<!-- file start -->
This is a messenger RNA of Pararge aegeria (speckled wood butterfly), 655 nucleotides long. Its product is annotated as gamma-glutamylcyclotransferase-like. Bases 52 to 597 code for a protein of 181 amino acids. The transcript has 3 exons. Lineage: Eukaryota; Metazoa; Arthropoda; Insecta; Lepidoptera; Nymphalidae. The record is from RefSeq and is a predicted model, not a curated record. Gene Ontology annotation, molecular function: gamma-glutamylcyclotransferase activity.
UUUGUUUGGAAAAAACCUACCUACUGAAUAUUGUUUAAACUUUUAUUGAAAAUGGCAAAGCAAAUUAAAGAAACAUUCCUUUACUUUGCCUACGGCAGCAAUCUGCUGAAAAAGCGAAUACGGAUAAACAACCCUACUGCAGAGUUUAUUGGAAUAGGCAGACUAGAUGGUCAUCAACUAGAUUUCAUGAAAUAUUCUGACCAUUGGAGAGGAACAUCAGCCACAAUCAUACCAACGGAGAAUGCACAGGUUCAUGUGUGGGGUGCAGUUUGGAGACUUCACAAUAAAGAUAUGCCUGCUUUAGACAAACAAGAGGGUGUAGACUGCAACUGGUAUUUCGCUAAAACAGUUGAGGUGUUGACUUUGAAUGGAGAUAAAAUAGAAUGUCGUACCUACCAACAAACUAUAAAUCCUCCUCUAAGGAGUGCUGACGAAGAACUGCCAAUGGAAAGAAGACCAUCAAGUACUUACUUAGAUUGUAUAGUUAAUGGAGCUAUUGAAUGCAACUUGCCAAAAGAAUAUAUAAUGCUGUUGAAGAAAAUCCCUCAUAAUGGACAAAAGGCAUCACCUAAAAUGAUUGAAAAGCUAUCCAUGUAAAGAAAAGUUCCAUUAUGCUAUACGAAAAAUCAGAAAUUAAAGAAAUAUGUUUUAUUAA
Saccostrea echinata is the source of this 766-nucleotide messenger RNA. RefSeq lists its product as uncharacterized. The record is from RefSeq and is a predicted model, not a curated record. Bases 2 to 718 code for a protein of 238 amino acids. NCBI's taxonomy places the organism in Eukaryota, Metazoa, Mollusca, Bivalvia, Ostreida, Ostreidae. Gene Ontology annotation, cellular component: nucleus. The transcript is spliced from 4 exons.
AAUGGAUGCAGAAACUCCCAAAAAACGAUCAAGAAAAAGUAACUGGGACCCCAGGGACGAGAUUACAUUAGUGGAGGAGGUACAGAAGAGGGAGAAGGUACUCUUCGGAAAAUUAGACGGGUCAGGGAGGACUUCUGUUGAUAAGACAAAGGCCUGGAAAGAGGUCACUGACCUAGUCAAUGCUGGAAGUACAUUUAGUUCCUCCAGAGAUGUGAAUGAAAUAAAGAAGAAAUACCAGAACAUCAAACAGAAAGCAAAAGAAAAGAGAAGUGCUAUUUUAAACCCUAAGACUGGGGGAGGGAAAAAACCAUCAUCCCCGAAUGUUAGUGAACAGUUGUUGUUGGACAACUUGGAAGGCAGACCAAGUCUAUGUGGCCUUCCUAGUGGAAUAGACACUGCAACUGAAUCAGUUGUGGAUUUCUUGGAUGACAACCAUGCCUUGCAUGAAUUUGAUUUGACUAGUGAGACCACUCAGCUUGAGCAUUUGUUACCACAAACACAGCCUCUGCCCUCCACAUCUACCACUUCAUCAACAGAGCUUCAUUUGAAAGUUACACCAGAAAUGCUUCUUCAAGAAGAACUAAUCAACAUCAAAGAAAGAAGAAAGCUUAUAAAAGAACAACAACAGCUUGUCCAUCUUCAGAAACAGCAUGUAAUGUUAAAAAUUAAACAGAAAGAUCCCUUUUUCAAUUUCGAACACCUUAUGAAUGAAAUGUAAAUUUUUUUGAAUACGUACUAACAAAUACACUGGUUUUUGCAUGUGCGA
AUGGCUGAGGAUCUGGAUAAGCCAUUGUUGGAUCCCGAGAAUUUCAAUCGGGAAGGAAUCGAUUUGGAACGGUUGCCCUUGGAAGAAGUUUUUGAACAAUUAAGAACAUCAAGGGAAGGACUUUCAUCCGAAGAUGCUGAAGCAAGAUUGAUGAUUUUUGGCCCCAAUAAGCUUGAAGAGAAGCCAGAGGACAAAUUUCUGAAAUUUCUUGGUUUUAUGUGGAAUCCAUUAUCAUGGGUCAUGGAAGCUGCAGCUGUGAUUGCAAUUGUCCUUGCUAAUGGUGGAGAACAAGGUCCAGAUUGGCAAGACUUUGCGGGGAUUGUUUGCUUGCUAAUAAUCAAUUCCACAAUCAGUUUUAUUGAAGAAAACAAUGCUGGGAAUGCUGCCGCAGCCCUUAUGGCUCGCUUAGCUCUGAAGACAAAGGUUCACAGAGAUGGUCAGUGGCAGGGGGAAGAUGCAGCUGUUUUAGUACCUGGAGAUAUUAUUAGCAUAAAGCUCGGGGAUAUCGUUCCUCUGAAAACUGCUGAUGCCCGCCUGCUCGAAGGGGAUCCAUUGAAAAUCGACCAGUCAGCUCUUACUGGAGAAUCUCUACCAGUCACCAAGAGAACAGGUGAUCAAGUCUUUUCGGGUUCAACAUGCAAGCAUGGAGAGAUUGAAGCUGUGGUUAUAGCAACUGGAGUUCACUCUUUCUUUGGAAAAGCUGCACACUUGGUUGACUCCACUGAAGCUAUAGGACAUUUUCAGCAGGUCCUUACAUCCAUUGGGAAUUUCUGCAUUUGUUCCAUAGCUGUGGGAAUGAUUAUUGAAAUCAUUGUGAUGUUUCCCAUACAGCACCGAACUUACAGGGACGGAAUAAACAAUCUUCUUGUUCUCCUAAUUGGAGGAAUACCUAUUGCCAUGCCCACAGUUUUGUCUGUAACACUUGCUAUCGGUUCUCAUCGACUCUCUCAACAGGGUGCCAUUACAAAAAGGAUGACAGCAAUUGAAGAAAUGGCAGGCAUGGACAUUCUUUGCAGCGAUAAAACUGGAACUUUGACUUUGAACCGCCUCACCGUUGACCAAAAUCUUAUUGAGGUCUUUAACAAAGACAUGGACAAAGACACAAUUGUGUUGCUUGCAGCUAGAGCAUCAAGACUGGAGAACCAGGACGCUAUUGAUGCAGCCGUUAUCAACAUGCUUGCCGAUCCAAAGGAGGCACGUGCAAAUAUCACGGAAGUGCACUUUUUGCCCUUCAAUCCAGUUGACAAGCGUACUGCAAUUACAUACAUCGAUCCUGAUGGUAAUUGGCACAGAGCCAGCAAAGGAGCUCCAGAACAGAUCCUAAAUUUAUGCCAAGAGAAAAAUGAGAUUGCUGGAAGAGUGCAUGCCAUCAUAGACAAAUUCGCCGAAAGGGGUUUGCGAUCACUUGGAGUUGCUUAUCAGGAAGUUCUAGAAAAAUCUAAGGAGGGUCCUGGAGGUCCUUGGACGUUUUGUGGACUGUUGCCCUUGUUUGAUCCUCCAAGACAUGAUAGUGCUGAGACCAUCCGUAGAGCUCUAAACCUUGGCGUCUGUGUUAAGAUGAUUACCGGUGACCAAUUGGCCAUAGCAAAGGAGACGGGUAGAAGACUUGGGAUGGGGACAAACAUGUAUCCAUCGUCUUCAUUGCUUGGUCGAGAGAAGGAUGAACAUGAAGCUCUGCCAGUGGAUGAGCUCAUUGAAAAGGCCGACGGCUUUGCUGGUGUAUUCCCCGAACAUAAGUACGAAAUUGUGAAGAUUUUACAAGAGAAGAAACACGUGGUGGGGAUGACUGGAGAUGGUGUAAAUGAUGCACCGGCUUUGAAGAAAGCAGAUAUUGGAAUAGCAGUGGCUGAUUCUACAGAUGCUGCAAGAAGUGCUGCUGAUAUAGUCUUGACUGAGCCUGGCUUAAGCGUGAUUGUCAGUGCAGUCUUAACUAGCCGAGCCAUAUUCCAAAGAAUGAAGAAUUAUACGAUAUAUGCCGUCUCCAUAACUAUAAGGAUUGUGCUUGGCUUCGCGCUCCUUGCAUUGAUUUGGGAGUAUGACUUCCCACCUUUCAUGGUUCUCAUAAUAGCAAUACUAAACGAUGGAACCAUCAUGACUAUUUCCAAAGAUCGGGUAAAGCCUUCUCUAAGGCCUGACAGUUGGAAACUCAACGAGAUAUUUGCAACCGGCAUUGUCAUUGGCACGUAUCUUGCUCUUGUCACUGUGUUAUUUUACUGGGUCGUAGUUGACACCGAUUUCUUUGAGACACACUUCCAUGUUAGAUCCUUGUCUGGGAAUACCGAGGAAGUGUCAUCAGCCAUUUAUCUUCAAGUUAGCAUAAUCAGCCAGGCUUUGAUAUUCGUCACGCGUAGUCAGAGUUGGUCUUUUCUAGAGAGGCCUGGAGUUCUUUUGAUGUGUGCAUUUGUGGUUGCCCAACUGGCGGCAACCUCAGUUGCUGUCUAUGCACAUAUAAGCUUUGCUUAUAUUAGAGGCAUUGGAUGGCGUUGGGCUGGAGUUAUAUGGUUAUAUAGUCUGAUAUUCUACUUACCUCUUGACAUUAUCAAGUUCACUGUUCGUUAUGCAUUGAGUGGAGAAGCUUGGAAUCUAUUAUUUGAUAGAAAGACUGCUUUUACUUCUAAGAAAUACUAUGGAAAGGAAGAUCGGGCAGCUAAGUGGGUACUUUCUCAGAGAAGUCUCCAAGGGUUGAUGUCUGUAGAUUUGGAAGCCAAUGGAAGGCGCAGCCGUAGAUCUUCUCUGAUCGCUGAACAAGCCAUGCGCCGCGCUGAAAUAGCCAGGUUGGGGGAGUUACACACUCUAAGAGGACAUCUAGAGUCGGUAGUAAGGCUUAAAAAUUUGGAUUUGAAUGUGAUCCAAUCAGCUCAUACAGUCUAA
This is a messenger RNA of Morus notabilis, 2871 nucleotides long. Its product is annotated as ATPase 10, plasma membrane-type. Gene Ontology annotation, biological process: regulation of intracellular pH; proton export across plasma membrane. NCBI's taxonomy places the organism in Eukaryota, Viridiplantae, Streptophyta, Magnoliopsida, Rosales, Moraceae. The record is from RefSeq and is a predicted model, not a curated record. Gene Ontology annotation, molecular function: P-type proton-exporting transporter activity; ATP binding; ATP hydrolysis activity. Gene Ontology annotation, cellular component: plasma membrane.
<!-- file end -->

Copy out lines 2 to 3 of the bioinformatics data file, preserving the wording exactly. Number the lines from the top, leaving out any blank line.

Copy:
UUUGUUUGGAAAAAACCUACCUACUGAAUAUUGUUUAAACUUUUAUUGAAAAUGGCAAAGCAAAUUAAAGAAACAUUCCUUUACUUUGCCUACGGCAGCAAUCUGCUGAAAAAGCGAAUACGGAUAAACAACCCUACUGCAGAGUUUAUUGGAAUAGGCAGACUAGAUGGUCAUCAACUAGAUUUCAUGAAAUAUUCUGACCAUUGGAGAGGAACAUCAGCCACAAUCAUACCAACGGAGAAUGCACAGGUUCAUGUGUGGGGUGCAGUUUGGAGACUUCACAAUAAAGAUAUGCCUGCUUUAGACAAACAAGAGGGUGUAGACUGCAACUGGUAUUUCGCUAAAACAGUUGAGGUGUUGACUUUGAAUGGAGAUAAAAUAGAAUGUCGUACCUACCAACAAACUAUAAAUCCUCCUCUAAGGAGUGCUGACGAAGAACUGCCAAUGGAAAGAAGACCAUCAAGUACUUACUUAGAUUGUAUAGUUAAUGGAGCUAUUGAAUGCAACUUGCCAAAAGAAUAUAUAAUGCUGUUGAAGAAAAUCCCUCAUAAUGGACAAAAGGCAUCACCUAAAAUGAUUGAAAAGCUAUCCAUGUAAAGAAAAGUUCCAUUAUGCUAUACGAAAAAUCAGAAAUUAAAGAAAUAUGUUUUAUUAA
Saccostrea echinata is the source of this 766-nucleotide messenger RNA. RefSeq lists its product as uncharacterized. The record is from RefSeq and is a predicted model, not a curated record. Bases 2 to 718 code for a protein of 238 amino acids. NCBI's taxonomy places the organism in Eukaryota, Metazoa, Mollusca, Bivalvia, Ostreida, Ostreidae. Gene Ontology annotation, cellular component: nucleus. The transcript is spliced from 4 exons.